[Column] The chemistry of the No. 4 and No. 8 batters

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[Column] The chemistry of the No. 4 and No. 8 batters

Kim Hyun-ki

The author is the Tokyo bureau chief and rotating correspondent of the JoongAng Ilbo.

Last April, President-elect Yoon Suk Yeol held a dinner meeting with a delegation returning from Japan led by special envoy Rep. Chung Jin-suk for an informal briefing. A round of poktanju, a boilermaker of soju and beer, was served. But the president turned away a bottle of Cheo-eum-cheo-reom — the popular soju brand of Lotte Chilsung, bearing a name logo in signature calligraphy of the late Prof. Shin Young-bok — who had been sentenced to life for spying for North Korea and pardoned in 1988. “I don’t drink such stuff,” said Yoon. (“Cheo-eum-cheo-reom” means “just like the first time” in Korean. Professor Shin didn’t abandon his socialist faith until his death in 2016.) The remarks from President Yoon left a deep impression on those attendees.

The topic came up among Korea’s corporate leaders during the president’s tour to the United Arab Emirates and Switzerland for the Davos meeting in January. A senior official said that he often is confounded by the way Yoon talks so frankly anywhere. Yoon indeed blurts out what he has in mind. Usually leading the dialogue, Yoon is the type who wishes to be the center of attention. He likes to be “the pitcher, cleanup hitter and the coach at the same time,” according to a person close to Yoon.

Japanese Prime Minister Fumio Kishida is the opposite. He boasts his strength is being a good listener. Kishida likes to drink as much as Yoon, but he concentrates on listening to what others say. In other words, he is someone who does not like to be the center of attention.
President Yoon Suk Yeol, left, shakes hands with Japanese Prime Minister Fumio Kishida before a brief meeting in New York after a plenary session at the United Nations, Sept. 22, 2022. [PRESIDENTIAL OFFICE]

Hiroshige Seko of Japan’s ruling Liberal Democratic Party (LDP) compares Kishida to “No. 8 batter and second baseman.” Though not drawing keen attention from others, he respects teamwork and plays his role in the team quietly. Kishida indeed played the second baseman and No. 8 hitter during his high school days. His baseball peer Masahiro Sekine, current president of Shoko Chukin Bank, remembered him for endless practicing. “I have never seen him chill out,” said Sekine. While playing at the Summer High School Championship in Tokyo, Kishida, a sophomore at the time, erred big by failing to catch a ball which caused a defeat for his team. But none of his teammates blamed Kishida.

President Yoon and Prime Minister Kishida could make a wonderful pair when the two leaders’ different leadership styles are combined. Insiders say the two hit it off when they meet in summit talks. In his first March 1 Liberation Day address, Yoon underscored Japan’s dramatic change from “an aggressor” to “a partner for cooperation.” The extreme opposites can sometime be the best mix. The dispute over the wartime forced labor issue could have worked out well.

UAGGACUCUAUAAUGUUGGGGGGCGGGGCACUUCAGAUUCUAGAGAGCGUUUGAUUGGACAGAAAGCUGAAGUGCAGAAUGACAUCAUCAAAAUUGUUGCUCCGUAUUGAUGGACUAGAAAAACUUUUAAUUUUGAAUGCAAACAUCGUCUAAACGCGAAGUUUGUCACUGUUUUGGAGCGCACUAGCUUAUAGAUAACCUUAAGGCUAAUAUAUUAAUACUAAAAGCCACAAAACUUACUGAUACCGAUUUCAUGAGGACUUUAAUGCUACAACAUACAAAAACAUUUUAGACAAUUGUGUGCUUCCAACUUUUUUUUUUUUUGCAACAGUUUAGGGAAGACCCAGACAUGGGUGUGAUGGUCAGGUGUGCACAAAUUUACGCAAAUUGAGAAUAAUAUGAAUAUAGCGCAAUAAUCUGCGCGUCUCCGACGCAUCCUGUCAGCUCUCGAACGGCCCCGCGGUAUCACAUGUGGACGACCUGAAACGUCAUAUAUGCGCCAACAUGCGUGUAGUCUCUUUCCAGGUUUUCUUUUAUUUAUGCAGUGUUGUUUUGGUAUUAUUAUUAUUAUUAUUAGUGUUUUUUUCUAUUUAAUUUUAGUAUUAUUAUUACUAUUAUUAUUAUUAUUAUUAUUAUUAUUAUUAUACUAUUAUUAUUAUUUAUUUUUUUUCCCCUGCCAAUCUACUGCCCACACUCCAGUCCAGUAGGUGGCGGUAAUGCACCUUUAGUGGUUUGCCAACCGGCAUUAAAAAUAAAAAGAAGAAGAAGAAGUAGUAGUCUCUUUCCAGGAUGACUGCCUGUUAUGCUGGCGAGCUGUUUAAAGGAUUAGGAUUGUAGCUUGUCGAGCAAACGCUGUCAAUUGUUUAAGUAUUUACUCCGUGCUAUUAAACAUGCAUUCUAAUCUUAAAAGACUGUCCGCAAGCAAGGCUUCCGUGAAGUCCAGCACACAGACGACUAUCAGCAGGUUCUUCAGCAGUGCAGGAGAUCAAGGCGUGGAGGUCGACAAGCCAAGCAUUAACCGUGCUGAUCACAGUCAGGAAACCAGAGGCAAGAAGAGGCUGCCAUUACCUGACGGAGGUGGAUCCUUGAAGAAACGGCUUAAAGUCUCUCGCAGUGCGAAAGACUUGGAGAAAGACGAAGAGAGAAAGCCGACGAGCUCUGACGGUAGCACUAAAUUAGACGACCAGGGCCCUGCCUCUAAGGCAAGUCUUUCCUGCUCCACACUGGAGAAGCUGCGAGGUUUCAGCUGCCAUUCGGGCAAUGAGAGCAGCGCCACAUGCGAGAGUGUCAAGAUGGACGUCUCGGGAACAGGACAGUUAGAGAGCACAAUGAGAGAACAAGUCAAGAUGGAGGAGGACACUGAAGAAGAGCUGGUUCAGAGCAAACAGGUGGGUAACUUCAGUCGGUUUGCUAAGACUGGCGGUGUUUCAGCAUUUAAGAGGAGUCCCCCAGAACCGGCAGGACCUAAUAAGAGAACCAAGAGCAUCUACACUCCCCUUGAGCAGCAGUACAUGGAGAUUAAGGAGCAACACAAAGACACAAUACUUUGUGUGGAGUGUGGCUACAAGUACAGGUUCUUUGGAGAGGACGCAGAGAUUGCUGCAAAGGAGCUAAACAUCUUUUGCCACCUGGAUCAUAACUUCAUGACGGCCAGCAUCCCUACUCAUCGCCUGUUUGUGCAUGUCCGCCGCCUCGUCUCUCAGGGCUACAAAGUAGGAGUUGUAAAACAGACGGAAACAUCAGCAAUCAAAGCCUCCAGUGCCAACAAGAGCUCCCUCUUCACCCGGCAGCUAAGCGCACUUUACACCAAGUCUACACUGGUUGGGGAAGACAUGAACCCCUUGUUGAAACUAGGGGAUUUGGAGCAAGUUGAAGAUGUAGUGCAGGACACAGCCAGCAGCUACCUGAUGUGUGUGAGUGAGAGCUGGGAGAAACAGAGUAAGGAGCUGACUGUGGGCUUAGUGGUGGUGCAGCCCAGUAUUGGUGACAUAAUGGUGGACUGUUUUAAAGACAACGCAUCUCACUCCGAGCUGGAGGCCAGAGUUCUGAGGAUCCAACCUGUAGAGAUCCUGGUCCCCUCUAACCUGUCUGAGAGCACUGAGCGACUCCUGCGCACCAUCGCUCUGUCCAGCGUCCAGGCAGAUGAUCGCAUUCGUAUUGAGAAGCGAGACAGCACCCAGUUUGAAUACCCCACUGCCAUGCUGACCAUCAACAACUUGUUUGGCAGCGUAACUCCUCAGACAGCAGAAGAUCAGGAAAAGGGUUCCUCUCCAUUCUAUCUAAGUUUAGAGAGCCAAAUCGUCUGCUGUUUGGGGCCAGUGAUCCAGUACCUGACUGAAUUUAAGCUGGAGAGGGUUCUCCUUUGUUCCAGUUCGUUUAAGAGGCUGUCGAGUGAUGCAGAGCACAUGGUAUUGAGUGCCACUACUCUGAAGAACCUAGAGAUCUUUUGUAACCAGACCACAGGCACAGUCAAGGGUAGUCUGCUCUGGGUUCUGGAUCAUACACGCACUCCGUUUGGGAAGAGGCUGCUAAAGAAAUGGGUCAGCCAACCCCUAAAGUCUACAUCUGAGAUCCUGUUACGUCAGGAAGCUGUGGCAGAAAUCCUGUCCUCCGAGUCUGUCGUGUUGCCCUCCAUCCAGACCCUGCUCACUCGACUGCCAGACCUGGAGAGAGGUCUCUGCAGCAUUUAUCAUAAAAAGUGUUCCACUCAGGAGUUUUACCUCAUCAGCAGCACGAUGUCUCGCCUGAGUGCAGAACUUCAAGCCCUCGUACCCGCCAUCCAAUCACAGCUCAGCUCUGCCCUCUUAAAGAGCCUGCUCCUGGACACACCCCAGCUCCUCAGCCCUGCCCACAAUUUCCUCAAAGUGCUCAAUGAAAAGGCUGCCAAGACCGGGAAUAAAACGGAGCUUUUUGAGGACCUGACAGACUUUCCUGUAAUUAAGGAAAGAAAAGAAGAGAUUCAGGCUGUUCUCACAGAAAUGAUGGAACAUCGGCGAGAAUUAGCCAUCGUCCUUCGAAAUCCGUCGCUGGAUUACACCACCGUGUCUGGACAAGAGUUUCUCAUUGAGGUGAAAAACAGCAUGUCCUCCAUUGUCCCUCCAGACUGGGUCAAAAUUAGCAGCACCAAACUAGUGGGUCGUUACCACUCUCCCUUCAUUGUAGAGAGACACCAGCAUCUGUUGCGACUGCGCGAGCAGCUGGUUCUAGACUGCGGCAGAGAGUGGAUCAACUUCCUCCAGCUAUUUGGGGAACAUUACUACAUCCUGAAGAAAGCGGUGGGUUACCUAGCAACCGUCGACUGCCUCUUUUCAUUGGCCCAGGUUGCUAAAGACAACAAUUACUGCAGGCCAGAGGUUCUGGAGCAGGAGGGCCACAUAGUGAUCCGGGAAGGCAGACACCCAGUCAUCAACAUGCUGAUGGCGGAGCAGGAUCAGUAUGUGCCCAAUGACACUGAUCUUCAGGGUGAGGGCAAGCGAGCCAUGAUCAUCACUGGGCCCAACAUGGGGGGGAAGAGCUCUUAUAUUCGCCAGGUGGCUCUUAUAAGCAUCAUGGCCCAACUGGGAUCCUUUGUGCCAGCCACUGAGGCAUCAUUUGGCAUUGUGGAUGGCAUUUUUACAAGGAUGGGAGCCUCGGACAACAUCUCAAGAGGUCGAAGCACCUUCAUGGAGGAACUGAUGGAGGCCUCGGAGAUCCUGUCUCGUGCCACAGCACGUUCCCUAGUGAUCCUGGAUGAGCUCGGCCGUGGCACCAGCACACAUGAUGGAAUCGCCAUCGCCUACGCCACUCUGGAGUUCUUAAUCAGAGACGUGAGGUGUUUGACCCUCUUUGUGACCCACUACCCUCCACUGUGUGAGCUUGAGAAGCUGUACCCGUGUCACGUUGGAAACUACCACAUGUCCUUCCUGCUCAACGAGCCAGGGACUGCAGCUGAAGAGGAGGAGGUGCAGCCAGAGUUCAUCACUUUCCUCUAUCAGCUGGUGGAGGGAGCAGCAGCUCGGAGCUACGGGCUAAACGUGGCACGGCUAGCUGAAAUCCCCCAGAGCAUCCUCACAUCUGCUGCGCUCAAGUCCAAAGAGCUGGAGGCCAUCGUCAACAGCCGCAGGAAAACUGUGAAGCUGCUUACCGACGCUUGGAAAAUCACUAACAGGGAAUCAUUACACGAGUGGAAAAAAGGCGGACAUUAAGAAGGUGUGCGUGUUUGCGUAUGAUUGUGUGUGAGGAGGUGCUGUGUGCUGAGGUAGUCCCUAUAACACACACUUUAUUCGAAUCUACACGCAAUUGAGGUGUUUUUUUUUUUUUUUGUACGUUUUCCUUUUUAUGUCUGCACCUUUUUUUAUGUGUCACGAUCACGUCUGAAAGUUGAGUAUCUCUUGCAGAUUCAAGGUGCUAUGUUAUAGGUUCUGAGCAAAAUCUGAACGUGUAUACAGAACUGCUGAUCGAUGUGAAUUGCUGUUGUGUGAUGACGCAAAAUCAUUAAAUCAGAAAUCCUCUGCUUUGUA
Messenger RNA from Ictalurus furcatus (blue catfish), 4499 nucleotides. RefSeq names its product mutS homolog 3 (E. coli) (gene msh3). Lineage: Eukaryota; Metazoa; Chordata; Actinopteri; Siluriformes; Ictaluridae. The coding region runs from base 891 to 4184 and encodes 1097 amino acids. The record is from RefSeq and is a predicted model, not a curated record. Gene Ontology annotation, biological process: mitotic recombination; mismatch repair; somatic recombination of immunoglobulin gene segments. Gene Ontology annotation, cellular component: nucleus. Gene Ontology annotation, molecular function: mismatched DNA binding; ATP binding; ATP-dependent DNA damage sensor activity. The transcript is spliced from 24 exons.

But on the diplomatic stage, Seoul took the wrong step: it gave the upper hand to Japan. Even after walking out of the meeting room, a negotiator must not lose the hold. But after losing the leadership, Korea was put in a position to beg for a concession from Japan. When Foreign Minister Park Jin called for a “political resolve” from Tokyo last month, the office of Japanese prime minister only rebuffed the request. Tokyo maintains that it cannot go beyond offering to “respect” the joint declaration by President Kim Dae-jung and Prime Minister Keizo Obuchi in 1998 to seek a new partnership in the 21st century.

Whether Yoon challenges Kishida with a fastball or curveball — or over a drink — Yoon must address the issue directly with his Japanese counterpart. Or he can just call it off. (He can say that he has done his best but since there is no meaning to continue this negotiation with Japan, the government will fully compensate the plaintiffs on its own.) In this case, the opposition in the legislature would have no cause to protest the decision. On future issues, Korea will certainly have moral advantage over Japan.

But Tokyo is not going to make things easy for Seoul. It demands a “satisfactory proposal for a summit from Korea” first. If Tokyo likes what it gets, Kishida would be willing to visit Seoul even this month, according to diplomatic sources.

In the tilted playing field in which the players are out of energy, only three options are left. One, you can walk out of it even if it means a disgraceful surrender. Two, you can boycott the game itself. Three, you can stick it out ‘till the end.

The call should be made by someone who wishes to be the pitcher, No. 4 hitter and coach.
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